Sunday 26 July 2020

How a Lack of Domestic Tourism affects Singapore based businesses

Some of us have probably heard of the phrase "Domestic Tourism" in recent months. It refers to citizens being a tourist in their own country for holidaying purpose. Well known examples of domestic tourism are the Japanese visiting Hokkaido during late spring/ Okinawa during the winter months or Koreans visiting Jeju Island. 

In recent times, our government has been trying to boost the local tourism space by having campaigns and encouraging Singaporeans to visit our own attractions and have staycations; but truthfully, it is implausible that I can plan a 3 days itinerary to Jurong to visit attractions.

To me, this is an issue that seems to be under-rated by investors in Singapore now. Tourists are one of the most price insensitive consumers who are willing to spend money to unwind and try new things. For the Americans and Japanese, even if their borders are closed, they still holiday at other states or prefecture. This helps to boost their own economy and minimize the impact of COVID. Singapore on the other hand does not have a domestic tourist market to rely on at all.

The lack of a domestic market (price insensitive tourist) translates to a lower sales receipts. Industries ranging from Malls, hotels to Taxi businesses such as Grab and CDG are hurting a lot. Tourists are less hesitant to hail a cab so that they can get to the high speed rail station or airport with their luggage or eat at a well known restaurant because its probably an annual thing for them.

Building on this trend, until Singapore reopens its borders for international tourism, I am neutral if not bearish on Singapore based businesses such as Hotels and REITs. Expect more price slashing discounts for hotel deals (Hospitality REITS), tourist attractions (Genting Singapore) and restaurant deals (Japan Food, RE&S Holdings).

Its something that we have to accept being a small nation which lacks a domestic (tourist) market. It is going to hurt sales. No doubt the stronger businesses may survive, but I wonder how much cash burn will the smaller companies stomach with no tourist coming in until the end of year.

Sunday 19 July 2020

How to earn a Higher than Bank Interest for Retirement

Many of us know what is CPF because a portion of our pay is always "locked" to it. But in the current low interest environment, did you know the CPF system is probably the best money hack available to grow our wealth for retirement? One way is through the CPF Retirement Top Up Scheme.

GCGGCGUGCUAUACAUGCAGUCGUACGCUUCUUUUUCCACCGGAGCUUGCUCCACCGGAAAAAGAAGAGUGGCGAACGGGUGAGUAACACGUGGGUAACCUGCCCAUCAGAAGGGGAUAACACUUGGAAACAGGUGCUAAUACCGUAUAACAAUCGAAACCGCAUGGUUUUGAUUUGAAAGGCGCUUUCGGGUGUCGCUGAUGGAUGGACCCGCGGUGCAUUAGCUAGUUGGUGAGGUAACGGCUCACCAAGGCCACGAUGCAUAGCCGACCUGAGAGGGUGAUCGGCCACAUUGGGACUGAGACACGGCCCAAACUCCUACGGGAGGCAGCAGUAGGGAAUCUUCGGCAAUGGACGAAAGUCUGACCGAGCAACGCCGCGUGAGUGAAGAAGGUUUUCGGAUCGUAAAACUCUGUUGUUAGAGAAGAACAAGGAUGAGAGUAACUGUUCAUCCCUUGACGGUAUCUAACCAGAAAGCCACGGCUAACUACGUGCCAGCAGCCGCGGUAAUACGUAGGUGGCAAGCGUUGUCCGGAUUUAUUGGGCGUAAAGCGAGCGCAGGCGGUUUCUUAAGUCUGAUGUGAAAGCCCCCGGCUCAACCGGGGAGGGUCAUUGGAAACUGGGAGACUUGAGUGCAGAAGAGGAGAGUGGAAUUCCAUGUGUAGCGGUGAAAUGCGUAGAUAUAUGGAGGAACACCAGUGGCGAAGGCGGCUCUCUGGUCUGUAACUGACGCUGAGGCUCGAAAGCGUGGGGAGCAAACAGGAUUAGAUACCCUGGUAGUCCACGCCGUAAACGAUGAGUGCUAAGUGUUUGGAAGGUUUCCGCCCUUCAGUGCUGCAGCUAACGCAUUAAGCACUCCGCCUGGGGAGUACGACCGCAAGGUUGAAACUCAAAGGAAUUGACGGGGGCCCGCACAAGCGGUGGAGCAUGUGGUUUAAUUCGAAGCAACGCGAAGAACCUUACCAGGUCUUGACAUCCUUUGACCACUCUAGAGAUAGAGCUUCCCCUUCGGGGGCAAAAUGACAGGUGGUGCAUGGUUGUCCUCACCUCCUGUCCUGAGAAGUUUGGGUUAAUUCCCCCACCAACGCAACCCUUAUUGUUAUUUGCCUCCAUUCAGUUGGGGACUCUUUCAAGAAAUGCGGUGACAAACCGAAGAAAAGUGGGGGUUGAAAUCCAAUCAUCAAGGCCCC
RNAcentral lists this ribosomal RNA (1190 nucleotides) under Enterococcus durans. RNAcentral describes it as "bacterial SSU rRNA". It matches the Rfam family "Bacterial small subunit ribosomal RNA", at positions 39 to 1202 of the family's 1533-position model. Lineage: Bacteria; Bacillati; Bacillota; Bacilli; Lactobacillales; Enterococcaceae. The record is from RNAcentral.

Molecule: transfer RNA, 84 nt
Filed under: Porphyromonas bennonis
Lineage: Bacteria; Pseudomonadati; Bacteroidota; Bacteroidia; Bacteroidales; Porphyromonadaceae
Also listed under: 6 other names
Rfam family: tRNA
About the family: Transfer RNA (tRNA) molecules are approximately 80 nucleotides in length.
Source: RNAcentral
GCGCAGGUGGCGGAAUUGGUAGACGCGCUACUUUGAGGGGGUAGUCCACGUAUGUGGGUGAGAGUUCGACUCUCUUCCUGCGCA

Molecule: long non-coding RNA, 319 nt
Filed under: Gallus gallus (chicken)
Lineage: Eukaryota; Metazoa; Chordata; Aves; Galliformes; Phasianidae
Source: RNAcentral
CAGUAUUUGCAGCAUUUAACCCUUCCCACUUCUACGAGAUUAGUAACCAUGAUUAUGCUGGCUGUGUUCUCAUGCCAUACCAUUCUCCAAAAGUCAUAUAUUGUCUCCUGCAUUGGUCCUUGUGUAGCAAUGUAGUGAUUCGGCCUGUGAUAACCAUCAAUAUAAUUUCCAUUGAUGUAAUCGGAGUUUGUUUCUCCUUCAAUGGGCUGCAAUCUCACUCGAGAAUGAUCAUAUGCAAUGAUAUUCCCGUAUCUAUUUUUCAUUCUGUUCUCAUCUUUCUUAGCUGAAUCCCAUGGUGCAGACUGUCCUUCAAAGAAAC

CPF Retirement Sum Topping Up Scheme (RTSU)

CPF RTSU is a scheme which allows us to make voluntary cash contributions into our CPF Special Account (CPF SA). The money goes into your SA which then grows over time.

If you like most Singaporeans have to continuously work to make ends meet, there is an extremely high chance that at age 55 (or later), you will be able to withdraw and enjoy the RTSU top up amount you have put in.

Benefit 1: High and Stable Interest

The CPF Special Account gives you 4% interest and is backed by the Singapore Government. In short, you are buying Singapore government bonds which continuously yields 4% each year that you can withdraw at 55 (or opt to continue holding post-age 55 to enjoy the 4% interest). 

If you do an RTSU top up at age 25, its the same as buying a Singapore bond of 30 years. 

In the current market, private investors have to accept a 1.3% interest yield when investing in a Singapore 30-year bond, however we as CPF Account holders get to enjoy a 4% interest ! CPF has never lowered the SA interest to be lower than 4% since 2000.

Even among banks, there is no bank that is offering such a high interest rate for their personal banking accounts or FDs (in fact many banks are lowering their interest rates for accounts)

Below is a comparison of Singapore Bond Yields vs CPF:
                    ^Data Extracted from MAS website on bond yields.

Benefit 2: Top up early and you will be in a much better position than others

Let's create two hypothetical person in the world: Jack and Daniel. Both earn the same pay and progress the same; the only difference is that Jack puts in $7,000 annually in his RTSU from age 30-39. Here is the low down: 

If both of them decide to work until 65 and only start to withdraw their CPF SA, the difference in their CPF SA balance is going to be huge.

At age 65, Jack has an approximate $220,000 head start over Daniel to enjoy for his retirement. This was due to Jack's decision to set aside $7,000 yearly from age 30-39 to prepare for retirement.

Benefit 3: Tax Savings in the Present 

The first $7,000 you top up each year allows you to enjoy tax savings. This will be automatically filed into your annual income tax assessment.

However not Everyone Qualifies for it

CPF has an annual contribution limit of $37,740. Any money that you top up into CPF and exceeds the contribution limit will be refunded to you and you will not enjoy any of the above benefits. This means only those earning $100,000 and below annually can enjoy this.

In addition, if your CPF SA balance has exceeded the value of the current full retirement sum ($181,000 as of now); you will not be able to do RTSU.

Act on It!

Based on the above information, it is perhaps wise to start RTSU in your 30s to 40s. This is because if you start too early at the early 20s, your money is going to be locked in for a long duration of 30+ years. However if you do it too late at say age 50, there may be a chance that your CPF SA has exceeded the full retirement sum and you will not be able to top up or there is too short a time frame for your money to compound by leveraging on the high interest yield of CPF SA.

So plan your retirement and remember out there, there exists a scheme called the RTSU - available for many ordinary folks like us to act and take advantage of.